And lest we forget, these are only PROJECTIONS.  The actual cold, hard statistics currently indicate that, RIGHT NOW, both the numbers and the percentages of non-believers are growing world-wide.

    Here's a link to the Pew Forum research, for those who are interested: … 2010-2050/

    1. Oztinato profile image75
      Oztinatoposted 7 years agoin reply to this

      All personal attacks will be reported so stop mentioning me personally. We know what's happened in the recent past regarding your constant personal references.
      Try looking at UN data in order to get a grip on reality.

    2. profile image0
      Paladin_posted 7 years agoin reply to this

      Perhaps I should report YOU.  After all, you're telling me to "get a grip on reality," which is certainly no better than me saying you're usually wrong.  The HubPages management is also aware of YOUR past shenanigans, so stop threatening people!

    3. Oztinato profile image75
      Oztinatoposted 7 years agoin reply to this

      Following hub rules is not a "threat ". It's only threatening to those who break the rules. Putting words into the mouths of moderators is unethical and also breaches hub rules

  5. Travis Wakeman profile image70
    Travis Wakemanposted 7 years ago

    This is a complex, nuanced question which is contingent in part on how one defines "religion". Though secularism and the "nones" appear to be on the rise in places like the United States, some polls have revealed that among self identified atheists and agnostics A THIRD believe in life after death: … -afterlife

    I think that these folks don't identify with any official religious denomination on a list, but still in their personal lives seek after a higher spiritual truth.

    Meanwhile the keyword for the US is less "decline" of Christianity and more "polarization". … ry/2/27396 Most people don't know that church attendance through american history has been historically pretty sporadic with a high in the 1950's.

    The nominal Christians who claimed the label but didn't sincerely practice are falling away- which will help Christians reclaim their countercultural identity (Christianity is fundamentally opposed worldliness).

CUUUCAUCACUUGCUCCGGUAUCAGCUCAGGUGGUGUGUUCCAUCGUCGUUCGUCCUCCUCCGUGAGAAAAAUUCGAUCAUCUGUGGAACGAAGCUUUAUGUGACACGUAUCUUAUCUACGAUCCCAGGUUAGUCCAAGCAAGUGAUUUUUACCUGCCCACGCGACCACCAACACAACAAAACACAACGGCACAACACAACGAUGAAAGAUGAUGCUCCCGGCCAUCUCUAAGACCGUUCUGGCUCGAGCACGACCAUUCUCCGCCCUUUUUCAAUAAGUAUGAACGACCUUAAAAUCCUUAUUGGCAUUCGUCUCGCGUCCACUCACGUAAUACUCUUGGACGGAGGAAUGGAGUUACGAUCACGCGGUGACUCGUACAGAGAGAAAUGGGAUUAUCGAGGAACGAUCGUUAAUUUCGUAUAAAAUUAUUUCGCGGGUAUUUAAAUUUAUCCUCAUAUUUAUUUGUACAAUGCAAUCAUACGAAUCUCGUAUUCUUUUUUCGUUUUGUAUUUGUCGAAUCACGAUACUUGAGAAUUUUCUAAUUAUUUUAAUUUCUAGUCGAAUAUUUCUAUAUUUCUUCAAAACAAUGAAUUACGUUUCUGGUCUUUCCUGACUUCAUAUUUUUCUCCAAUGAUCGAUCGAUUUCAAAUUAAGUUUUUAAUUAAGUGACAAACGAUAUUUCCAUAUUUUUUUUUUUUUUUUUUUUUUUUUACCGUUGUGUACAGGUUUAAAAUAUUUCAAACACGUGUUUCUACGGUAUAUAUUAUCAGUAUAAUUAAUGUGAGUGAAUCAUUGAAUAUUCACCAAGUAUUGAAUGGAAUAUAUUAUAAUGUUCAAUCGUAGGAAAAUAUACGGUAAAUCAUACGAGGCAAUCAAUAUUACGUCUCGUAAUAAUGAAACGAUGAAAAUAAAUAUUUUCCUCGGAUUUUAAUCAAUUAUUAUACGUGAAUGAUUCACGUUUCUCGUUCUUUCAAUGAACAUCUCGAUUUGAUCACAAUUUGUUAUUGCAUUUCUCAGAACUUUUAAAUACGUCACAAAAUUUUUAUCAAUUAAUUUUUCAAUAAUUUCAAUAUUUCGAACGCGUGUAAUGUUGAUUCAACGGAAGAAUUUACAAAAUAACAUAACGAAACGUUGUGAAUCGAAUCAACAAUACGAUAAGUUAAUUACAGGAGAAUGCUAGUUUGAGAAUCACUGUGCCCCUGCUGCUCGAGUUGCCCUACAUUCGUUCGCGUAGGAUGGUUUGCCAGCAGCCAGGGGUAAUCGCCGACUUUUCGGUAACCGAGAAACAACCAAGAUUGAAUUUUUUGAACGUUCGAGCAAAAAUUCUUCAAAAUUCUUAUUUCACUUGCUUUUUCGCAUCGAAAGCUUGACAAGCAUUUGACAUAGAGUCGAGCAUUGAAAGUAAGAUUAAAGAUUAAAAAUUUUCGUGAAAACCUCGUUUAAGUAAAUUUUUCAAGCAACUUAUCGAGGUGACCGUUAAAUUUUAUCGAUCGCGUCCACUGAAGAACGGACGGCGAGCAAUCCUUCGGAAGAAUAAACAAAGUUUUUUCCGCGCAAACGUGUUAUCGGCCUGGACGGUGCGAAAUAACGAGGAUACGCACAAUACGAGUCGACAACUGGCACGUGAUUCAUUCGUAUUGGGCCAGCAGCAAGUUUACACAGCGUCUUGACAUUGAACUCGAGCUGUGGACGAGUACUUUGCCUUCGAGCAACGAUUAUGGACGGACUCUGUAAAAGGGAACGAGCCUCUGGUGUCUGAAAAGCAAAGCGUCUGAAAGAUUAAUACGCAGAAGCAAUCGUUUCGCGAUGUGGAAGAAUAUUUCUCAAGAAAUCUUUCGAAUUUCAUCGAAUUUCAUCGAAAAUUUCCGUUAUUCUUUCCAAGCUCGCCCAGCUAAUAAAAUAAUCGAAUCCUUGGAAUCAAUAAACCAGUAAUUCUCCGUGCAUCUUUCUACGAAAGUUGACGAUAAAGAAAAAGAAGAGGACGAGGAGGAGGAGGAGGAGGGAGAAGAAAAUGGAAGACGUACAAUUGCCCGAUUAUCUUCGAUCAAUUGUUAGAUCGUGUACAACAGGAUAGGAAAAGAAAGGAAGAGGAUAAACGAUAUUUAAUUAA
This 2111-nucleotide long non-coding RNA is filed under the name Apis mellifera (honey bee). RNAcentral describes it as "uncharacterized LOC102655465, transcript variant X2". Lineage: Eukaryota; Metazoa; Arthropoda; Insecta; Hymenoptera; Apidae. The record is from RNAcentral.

Meanwhile secularist europe is become more religious as demographic shifts see Islam spread while secularism contracts (the most popular name for a baby boy in England is Muhammad). The US is heading towards it's own dangerous precipice as cultural stagnation destabilizes it in the face of  rival powers like China, Russia, and Iran. China- by the way is experiencing a rapid growth of Christian churches and is projected to follow the path of S. Korea. Russia, even when it executed clergy-men couldn't stamp out Christianity. The Christian church has outlived pretty much every empire that it has seen. It will outlive the current empires as well.

    For a great book on the true globalization and expansion of Christianity (that addresses some of these myths) I would recommend: … 0199767467

    For a book warning secularists (written by a secularist) about demographics and how the tendency of secularist populations to have a lowered birth rate which is demographic suicide- along with a commentary on what to expect in europe in the future: … amp;btkr=1

    And then of course there is the explosion of Christian theism in philosophy departments that has resulted in a sort of mini-renaissance in the good reasons to believe:

    1. profile image0
      PeterStipposted 7 years agoin reply to this

      The claim that Europe is becoming more religious is unfounded. Churches are Empty, and the % Muslims is <10% (UK even <5%) The fact that the most popular name in England is Mohamed tells you nothing. Well maybe that Muslims lack a bit of imagin

    2. Travis Wakeman profile image70
      Travis Wakemanposted 7 years agoin reply to this